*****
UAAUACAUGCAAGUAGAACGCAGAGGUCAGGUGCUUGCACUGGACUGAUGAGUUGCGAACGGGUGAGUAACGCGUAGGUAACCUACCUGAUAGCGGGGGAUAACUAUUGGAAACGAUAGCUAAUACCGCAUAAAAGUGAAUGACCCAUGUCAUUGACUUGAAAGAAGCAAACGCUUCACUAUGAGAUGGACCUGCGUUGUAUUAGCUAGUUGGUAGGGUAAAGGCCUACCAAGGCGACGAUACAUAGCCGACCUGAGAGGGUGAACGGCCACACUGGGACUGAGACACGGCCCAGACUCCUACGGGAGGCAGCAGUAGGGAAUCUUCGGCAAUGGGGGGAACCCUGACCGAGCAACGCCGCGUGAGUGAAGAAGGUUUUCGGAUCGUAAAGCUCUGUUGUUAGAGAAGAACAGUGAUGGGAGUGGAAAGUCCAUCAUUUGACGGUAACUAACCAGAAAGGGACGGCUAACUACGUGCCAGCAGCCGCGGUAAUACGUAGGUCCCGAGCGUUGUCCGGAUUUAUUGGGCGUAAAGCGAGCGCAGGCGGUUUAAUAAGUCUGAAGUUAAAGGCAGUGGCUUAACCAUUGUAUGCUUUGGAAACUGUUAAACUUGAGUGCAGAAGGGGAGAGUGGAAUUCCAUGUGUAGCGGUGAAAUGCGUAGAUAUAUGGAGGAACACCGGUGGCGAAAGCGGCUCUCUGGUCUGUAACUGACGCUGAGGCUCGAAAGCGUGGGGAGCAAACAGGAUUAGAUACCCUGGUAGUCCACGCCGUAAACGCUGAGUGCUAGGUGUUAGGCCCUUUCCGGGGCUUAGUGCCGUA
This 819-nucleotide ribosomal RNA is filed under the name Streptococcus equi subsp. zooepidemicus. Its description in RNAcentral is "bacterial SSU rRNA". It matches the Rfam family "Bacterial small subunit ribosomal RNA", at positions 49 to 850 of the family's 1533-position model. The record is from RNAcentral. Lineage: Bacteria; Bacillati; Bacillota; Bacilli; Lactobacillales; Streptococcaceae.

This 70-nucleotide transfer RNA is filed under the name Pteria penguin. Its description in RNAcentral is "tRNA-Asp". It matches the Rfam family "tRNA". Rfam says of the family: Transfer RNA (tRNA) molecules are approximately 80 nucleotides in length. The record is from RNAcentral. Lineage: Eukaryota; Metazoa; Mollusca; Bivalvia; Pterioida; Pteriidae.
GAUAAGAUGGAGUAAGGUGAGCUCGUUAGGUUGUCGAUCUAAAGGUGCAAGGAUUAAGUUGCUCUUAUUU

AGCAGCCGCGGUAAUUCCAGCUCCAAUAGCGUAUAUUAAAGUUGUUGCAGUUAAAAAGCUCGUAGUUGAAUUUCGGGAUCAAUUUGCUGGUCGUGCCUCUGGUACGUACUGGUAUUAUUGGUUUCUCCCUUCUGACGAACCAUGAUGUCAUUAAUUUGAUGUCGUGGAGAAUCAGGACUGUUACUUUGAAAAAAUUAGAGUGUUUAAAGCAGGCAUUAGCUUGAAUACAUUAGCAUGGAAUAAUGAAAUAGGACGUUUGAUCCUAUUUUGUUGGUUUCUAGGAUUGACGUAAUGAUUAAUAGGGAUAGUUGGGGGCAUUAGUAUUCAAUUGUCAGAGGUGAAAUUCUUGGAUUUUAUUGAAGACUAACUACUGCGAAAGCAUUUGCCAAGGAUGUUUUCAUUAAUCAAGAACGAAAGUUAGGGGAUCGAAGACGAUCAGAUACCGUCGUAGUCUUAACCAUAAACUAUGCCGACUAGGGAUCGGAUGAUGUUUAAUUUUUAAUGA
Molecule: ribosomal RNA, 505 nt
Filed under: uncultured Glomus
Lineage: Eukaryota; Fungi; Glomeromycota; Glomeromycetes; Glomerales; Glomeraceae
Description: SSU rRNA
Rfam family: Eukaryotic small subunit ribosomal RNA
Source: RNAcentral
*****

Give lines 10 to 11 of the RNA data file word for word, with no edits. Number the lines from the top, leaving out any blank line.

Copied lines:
Rfam family: Eukaryotic small subunit ribosomal RNA
Source: RNAcentral